Saturday, January 30, 2010

What Not to ... Say, Wear, Do, Be... Mirrors of Ourselves

Today I went shopping with my darling daughter, her two friends and a mom friend. Now this isn't about writing. It's about girls and women becoming and being and seeing themselves reflected.

REFLECTED. In mirrors, in their own minds, against societal standards, against their own standards.

We all bring different tableaus to the mirrors we perceive. Teen girls? One says she is too short, too thin, too tall, too heavy, too whatever. The clothes don't fit. They aren't perfect. They criticize themselves. These beautiful, young women see the mirrors in their dressing rooms, the too long too small too tight too short too iffy clothes and evaluate their bodies against themselves, each other, the media pictures.

Fast forward 30 years. Moms. Talking. We bring to the table our wrinkles. Not just facial. Nope. We bring our life wrinkles, too. Are we too old to start again? Are we late? Are we on the right track? What kind of moms are we? Have we set the right? Wrong? Examples?

Me. A mom. Knowing my daughter is beautiful, flawed, not a Miss America contestant, but smart and funny and motivated. Me. A mom. Forcing her daughter to view the mirror. Tears. Oh the body isn't Miss America. But oh, me knowing she is smart, witty, motivated and strong. Me. A mom. Sad. Proud. INCREDIBLY BLESSED.

Later, me and a mom talking about our doubts, our fears, our futures, our daughters.

Life. This is Life. Writing is just an offshoot of this life.


marthawarner said...

Hope that shopping trip went better than it sounded!

It is amazing though, how we compare ourselves to the way clothes fit. Instead of demanding clothing that is made to be comfortable and fit properly -- we try to change ourselves. And usually end up suffering for it.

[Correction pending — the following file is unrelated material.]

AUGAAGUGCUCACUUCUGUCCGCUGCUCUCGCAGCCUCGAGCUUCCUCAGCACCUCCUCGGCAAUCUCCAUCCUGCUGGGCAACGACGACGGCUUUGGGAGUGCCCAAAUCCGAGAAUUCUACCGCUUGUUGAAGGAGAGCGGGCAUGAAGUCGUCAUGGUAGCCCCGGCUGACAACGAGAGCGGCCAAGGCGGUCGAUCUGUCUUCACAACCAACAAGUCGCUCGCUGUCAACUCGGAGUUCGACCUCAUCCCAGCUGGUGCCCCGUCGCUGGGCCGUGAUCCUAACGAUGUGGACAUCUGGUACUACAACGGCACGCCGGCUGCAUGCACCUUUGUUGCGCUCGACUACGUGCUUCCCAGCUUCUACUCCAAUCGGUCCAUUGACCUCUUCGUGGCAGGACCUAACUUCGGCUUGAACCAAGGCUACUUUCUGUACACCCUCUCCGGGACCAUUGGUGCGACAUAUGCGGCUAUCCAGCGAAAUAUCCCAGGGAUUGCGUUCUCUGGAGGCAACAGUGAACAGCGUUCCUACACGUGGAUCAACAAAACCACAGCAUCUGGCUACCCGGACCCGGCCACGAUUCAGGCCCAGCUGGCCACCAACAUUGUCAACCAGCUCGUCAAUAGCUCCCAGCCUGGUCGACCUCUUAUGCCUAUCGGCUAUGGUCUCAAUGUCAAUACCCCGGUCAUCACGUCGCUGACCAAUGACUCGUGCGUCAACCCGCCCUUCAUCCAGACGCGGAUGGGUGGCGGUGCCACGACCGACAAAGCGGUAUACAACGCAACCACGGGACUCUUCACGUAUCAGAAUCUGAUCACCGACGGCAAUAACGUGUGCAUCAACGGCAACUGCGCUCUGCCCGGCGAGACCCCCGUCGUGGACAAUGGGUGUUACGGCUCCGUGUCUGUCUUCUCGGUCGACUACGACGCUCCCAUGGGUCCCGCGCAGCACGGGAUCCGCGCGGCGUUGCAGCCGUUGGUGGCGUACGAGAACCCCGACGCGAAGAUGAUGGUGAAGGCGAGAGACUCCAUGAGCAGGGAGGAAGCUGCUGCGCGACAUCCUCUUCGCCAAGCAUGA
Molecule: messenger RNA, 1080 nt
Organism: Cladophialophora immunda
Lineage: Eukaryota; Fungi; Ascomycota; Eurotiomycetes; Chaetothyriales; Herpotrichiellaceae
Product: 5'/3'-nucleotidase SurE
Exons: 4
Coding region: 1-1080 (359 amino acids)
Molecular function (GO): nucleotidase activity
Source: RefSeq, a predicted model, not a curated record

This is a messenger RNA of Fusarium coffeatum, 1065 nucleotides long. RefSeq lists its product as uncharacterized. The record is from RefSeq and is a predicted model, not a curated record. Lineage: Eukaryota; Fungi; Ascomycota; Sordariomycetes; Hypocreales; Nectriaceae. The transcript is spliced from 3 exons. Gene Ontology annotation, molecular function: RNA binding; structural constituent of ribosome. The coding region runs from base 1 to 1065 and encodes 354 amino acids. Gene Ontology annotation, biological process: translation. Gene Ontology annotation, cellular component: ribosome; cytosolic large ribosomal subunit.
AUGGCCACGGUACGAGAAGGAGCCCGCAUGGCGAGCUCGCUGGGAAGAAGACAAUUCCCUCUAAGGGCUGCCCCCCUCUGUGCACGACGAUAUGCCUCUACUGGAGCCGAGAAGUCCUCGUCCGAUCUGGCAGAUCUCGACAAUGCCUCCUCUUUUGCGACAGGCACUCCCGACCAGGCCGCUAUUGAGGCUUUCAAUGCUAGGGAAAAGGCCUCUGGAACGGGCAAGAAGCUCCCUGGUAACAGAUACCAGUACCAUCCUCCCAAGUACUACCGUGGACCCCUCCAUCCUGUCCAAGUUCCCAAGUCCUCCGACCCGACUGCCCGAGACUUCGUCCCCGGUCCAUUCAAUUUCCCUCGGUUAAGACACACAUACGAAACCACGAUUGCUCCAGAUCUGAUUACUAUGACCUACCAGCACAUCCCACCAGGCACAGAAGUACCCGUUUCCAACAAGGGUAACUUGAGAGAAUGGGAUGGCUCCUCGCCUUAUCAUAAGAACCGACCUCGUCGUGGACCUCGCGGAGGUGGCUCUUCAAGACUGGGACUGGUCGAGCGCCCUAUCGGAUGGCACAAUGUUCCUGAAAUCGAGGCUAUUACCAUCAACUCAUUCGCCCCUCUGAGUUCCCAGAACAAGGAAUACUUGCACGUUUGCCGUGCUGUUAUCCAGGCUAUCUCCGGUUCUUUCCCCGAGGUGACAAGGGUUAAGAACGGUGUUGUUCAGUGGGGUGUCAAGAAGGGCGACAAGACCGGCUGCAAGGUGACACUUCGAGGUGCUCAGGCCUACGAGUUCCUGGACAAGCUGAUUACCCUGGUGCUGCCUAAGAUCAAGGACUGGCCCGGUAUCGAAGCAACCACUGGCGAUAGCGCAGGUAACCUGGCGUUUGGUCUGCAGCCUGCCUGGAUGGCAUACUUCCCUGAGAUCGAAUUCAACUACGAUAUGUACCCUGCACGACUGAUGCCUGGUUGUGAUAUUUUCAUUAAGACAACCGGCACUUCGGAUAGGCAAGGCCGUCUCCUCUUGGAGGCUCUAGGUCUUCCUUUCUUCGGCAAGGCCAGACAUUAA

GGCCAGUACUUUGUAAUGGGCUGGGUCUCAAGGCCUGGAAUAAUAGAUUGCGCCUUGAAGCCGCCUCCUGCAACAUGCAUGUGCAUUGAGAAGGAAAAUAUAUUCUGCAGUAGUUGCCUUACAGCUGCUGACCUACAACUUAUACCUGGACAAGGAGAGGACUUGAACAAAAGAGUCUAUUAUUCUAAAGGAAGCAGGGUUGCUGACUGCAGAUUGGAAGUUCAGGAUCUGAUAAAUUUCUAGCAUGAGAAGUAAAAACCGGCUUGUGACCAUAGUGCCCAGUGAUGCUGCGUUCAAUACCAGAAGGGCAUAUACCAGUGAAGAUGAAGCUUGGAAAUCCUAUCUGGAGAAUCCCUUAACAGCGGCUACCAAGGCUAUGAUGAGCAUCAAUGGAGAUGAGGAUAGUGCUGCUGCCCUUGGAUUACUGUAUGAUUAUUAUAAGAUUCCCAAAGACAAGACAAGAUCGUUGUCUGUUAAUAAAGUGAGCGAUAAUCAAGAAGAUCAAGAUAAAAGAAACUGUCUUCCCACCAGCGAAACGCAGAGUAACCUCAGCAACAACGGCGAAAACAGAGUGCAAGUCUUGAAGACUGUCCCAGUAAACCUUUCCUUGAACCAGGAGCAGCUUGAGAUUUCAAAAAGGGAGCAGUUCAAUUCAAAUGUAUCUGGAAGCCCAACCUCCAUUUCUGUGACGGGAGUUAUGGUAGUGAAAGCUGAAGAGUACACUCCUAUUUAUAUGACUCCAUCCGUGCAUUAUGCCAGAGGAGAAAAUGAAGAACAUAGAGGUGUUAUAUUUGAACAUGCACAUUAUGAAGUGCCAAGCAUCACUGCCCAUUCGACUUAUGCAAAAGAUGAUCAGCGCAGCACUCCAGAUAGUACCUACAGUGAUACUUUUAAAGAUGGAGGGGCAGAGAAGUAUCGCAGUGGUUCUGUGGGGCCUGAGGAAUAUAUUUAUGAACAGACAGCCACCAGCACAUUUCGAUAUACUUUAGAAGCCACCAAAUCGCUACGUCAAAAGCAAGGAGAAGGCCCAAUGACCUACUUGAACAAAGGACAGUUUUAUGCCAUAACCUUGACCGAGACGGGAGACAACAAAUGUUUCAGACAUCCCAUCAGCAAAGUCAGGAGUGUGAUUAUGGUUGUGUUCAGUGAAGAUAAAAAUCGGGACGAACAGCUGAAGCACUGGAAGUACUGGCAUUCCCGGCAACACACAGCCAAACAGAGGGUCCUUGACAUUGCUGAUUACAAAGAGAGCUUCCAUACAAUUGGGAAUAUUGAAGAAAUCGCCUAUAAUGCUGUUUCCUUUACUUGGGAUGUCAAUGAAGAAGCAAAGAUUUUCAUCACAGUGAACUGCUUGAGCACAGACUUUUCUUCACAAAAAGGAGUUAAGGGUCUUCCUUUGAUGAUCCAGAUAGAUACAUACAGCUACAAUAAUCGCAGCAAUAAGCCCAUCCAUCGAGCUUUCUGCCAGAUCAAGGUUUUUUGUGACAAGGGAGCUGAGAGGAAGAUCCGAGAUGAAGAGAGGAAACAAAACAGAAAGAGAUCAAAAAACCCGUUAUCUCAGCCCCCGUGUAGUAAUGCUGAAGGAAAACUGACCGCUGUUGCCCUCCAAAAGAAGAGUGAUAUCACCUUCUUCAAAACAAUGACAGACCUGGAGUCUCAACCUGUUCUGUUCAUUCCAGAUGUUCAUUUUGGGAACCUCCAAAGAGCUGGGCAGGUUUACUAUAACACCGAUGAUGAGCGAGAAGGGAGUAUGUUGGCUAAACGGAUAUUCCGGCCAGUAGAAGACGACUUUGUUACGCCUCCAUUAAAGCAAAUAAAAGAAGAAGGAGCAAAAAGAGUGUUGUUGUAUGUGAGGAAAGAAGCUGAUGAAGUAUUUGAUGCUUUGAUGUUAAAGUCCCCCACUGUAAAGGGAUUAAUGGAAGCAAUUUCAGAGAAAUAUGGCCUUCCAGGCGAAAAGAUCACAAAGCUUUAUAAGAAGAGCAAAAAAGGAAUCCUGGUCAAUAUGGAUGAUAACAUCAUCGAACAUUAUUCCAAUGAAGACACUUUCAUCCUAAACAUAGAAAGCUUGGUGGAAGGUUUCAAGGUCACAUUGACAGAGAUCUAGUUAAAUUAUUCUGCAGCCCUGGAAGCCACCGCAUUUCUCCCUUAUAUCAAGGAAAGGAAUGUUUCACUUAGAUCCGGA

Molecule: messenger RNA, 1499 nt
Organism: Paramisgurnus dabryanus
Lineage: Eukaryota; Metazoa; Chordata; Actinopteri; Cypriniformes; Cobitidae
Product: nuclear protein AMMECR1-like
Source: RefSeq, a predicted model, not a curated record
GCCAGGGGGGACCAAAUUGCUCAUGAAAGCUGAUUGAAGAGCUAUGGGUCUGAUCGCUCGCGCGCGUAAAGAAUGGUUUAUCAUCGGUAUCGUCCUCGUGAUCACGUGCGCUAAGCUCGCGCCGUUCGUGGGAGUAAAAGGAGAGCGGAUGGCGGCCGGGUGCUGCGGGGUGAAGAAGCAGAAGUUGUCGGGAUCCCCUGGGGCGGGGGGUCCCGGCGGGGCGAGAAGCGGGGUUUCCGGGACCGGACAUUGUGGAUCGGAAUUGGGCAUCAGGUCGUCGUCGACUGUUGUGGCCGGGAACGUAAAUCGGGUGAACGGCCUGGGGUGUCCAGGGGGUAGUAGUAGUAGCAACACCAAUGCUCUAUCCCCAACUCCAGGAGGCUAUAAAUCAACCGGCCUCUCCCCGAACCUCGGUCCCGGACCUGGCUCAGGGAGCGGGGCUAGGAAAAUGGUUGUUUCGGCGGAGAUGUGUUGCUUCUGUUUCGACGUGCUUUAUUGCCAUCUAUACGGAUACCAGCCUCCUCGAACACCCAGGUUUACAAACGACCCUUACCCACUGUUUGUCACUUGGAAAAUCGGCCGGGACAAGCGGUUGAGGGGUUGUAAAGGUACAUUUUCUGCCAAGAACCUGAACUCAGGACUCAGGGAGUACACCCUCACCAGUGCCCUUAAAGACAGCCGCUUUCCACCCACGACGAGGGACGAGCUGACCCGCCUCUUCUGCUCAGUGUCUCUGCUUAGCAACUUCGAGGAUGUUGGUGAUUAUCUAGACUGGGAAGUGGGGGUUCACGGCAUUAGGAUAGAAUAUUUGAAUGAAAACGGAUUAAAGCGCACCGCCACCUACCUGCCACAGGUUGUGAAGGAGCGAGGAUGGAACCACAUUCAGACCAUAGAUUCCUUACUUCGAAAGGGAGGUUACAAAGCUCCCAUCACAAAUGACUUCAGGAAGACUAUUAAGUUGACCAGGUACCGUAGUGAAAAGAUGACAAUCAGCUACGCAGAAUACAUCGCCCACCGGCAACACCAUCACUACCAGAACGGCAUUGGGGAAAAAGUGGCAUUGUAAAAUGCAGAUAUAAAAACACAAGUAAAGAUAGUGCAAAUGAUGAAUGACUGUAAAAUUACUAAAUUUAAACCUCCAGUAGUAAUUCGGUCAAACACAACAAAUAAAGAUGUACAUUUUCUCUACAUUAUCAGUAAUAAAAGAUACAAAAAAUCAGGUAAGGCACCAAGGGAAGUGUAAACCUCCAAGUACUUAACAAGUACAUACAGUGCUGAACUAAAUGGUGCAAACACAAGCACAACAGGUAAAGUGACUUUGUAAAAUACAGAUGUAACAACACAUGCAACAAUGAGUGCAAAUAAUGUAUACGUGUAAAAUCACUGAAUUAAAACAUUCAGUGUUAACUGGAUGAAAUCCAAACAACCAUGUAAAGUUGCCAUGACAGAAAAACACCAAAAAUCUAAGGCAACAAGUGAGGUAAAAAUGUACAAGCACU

Great post, Christine!

Christine said...

Actually, it did go well. DD tears did fall. She's been battling stupid hormones, thyroid and genetics. But she knows her style. and at the end... well... she made out like a bandit!

I told her, and we agreed, she's no longer a jr. And she's very tall 5/9 with LONG legs and TORSO. Soooo.... poor Amazon--Jeans are a pain!

But we all have pain in clothes. Thank God for Tailors!!

Ellen B said...

When I was a teen, I remember a bunch of my friends sitting in the school canteen talking about clothes shopping and none of us could get clothes to fit. At the time I was 5'2 (still am) and weighed about eight stone (sadly no longer the case :p) and in my case, it was the combination of my short stature and wide hips that defeated clothing manufacturers. The group at the table was a diverse range of shapes and sizes, including two friends who were model thin and tall, and none of us could buy clothes easily.

That was when I decided it certainly wasn't my problem!

Hope your DD feels better and realises clothing manufacturers obviously don't look at humans very much. . . I have so much sympathy for her though because I'm going jeans shopping next weekend!

Christine said...